“We partner with great content providers like BBC iPlayer, ITN, Control Room and National Geographic to bring quality, licensed and original programming to consumers on our MSN portal,” he says.
“Consumers can share these clips with their contacts in real time over Windows Live Messenger, while advertisers are able to monetise them through MSN Video’s new immersive, sequence-based advertising model,” he adds.
“Microsoft has a deep belief in the responsible use and aggressive protection of intellec-tual property, and in the success of our usergenerated video service in the long term.” The software giant says it has implemented copyright filtering solutions into its video service, Soapbox, on MSN Video. Commercial broadcaster ITV has outlined its plans to use other aggregators and sites to spread its own content. Both executive chairman Michael Grade and director of global content Dawn Airey have been explicit about the broadcaster’s need to exploit the success of other platforms in order to drive people back to its own revamped itv.com site.
At TV conference Promax, Airey says: “Most media companies have learnt from their music company counterparts and have come to see YouTube as a valuable resource – essentially free advertising.”
She adds that clips on such sites can be topped and tailed with pre-roll ads, which some studies suggest have a much higher recall thanconventional TV spots and, in turn, generate extra revenue for ITV. Airey says that the “likes of” ITV1, Channel 4 and Fox cannot compete with sites like Facebook (valued at around $15bn (£7bn)) after Microsoft bought a stake, despite 2007 profit expectations of $30m (£15m)).
However, sites showing video content owe a “huge debt” to the entertainment industry, which provides – legally or otherwise – the vast majority of their top clips. The second most viewed clip on YouTube is one uploaded
by record company RCA Records of Avril Lavigne’s song Girlfriend, with almost 60 million hits. And a clip of ITV1 show Britain’s Got Talent winner Paul Potts has more than 30 million combined views.
Meanwhile, Channel 4’s E4 struck a deal this year with MySpace to broadcast the first episode of new teen drama Skins on the networking site before its TV debut. The episode was split into four segments, with users able to view each part in the lead up to the TV airing of Skins on E4. The deal was a first for MySpace and E4, and the first time Channel 4 had made content available online before broadcast.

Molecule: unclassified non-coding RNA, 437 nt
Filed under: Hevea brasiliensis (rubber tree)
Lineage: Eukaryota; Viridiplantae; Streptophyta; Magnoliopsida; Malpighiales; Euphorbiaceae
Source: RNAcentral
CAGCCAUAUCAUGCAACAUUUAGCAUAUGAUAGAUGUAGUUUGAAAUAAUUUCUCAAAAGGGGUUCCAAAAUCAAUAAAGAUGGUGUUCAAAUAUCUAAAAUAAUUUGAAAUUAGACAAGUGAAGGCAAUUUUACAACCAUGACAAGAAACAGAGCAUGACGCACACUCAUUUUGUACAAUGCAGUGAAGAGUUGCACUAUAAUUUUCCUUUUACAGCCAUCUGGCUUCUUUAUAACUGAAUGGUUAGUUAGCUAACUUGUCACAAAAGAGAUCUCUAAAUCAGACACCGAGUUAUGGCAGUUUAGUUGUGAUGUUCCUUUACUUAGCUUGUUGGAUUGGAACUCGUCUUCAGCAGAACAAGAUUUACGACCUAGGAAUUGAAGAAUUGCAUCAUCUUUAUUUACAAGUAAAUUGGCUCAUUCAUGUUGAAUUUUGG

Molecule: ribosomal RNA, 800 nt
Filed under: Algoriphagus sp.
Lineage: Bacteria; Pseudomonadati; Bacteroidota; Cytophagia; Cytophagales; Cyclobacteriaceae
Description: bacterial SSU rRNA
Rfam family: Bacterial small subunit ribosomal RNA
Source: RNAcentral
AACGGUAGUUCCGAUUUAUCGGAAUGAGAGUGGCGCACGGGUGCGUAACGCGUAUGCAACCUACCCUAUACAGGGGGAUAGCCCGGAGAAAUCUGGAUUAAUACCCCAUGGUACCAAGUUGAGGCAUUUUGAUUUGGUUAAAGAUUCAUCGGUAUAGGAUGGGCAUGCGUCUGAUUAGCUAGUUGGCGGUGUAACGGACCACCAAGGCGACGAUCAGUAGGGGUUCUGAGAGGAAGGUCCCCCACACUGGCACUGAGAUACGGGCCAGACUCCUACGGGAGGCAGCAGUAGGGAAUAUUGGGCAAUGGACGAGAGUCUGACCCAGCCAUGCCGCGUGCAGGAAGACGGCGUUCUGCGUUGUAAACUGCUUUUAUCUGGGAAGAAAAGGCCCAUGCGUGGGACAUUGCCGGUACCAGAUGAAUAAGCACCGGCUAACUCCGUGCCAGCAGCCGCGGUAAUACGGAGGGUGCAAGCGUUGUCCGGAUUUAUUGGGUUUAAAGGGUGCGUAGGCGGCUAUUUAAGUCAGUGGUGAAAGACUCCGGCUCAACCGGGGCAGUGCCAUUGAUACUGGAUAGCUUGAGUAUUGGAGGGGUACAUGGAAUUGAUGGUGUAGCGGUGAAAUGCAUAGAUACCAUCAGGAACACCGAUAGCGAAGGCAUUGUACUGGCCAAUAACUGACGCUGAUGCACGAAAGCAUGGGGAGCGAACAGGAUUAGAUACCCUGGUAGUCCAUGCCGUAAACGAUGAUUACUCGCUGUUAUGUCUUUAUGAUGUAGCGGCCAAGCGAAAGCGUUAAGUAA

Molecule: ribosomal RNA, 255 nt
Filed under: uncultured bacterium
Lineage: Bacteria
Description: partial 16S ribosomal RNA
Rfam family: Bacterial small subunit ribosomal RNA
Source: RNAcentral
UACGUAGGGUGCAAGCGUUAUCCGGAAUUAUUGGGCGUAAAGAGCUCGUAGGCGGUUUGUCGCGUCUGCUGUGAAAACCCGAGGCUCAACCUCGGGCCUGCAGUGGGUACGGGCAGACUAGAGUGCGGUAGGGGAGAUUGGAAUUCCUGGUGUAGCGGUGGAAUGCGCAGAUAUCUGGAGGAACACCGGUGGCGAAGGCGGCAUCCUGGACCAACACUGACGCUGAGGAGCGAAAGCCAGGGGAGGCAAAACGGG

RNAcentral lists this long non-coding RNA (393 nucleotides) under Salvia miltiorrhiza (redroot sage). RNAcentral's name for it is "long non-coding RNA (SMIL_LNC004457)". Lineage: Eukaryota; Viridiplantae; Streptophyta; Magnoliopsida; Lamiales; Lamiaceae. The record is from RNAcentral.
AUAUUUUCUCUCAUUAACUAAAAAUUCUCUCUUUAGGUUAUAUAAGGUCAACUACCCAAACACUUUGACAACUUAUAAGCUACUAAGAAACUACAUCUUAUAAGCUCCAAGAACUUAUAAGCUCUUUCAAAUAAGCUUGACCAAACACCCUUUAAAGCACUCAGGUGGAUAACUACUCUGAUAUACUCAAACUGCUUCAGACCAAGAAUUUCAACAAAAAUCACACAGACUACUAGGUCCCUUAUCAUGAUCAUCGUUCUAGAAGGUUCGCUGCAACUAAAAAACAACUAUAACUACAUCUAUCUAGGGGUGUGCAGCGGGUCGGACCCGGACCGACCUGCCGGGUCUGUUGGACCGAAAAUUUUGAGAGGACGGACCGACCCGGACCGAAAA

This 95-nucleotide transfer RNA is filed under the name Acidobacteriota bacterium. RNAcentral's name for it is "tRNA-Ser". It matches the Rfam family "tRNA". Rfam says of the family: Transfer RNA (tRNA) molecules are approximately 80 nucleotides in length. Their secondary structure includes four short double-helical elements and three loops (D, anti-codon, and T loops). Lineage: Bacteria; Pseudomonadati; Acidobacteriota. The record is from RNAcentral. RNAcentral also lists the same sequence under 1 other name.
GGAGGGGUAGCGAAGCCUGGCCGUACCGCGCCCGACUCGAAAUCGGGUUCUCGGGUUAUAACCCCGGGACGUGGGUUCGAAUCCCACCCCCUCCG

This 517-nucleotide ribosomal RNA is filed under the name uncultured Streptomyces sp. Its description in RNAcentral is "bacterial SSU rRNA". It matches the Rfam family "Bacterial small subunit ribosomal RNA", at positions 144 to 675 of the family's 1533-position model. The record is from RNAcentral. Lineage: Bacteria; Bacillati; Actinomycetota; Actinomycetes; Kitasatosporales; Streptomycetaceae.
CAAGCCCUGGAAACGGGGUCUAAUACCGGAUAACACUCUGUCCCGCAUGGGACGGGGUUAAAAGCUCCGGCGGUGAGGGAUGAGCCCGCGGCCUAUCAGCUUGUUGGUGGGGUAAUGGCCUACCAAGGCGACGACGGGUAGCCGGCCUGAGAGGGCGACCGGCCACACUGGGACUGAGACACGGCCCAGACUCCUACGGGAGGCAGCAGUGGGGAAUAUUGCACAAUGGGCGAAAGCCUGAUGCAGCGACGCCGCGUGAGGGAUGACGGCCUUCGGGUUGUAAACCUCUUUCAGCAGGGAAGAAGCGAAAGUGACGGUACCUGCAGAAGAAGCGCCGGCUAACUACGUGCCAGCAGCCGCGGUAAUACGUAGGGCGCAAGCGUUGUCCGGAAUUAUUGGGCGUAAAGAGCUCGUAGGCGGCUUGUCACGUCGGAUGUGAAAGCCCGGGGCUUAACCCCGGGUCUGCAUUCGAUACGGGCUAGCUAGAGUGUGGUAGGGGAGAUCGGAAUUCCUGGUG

Such initiatives are aimed at promoting TV and music brands, as well as the broadcaster’s own online properties, shows and channels, while also generating extra revenue stream. In the US, several TV programmes experienced a discernible audience increase after they made clips available on YouTube.
It makes sense, says AOL UK managing director Michael Steckler, who says that while broadcasters are experts in content, they are not as able or knowledgeable in monetising or exploiting platforms as the online brands.AOL is also ploughing more of its resources into video sharing, which, with the rise of broadband, is exploding. But it is taking a different approach. Steckler says: “Our view is that the aggregation of great content is the direction that the internet is going in.”
The portal bought video search aggregator Truveo in 2006 and has been investing in expanding the brand. Unlike YouTube, Truveo doesn’t store content, but indexes it from sources around the internet. Truveo pulls some videos into a window embedded in its website or directs users to where the video is hosted – popular with broadcasters who increasingly want to drive traffic to their sites.
Keeping it up
“Rights are very important to us because we are part of Time Warner, which has huge amounts of content”, says Steckler. “The challenge content owners have is giving programming longevity. Viewers tend to drop off from a launch peak, perhaps coming back towards the end of a series. Programmes such as Heroes or Big Brother, where there is lots of engagement around social media areas, do well online.”
The challenge of unauthorised content will rumble on regardless, although technology advances should reassure nervous content owners. They have, however, learnt from mistakes made by the music companies in the first days
of file sharing and are more willing to exploit such sites for their own gain.
As even Redstone concludes: “We are in a fragmented search economy, which means we need to extend our content beyond our own destination sites so that consumers can reach it more easily. The content mountain has officially relocated.”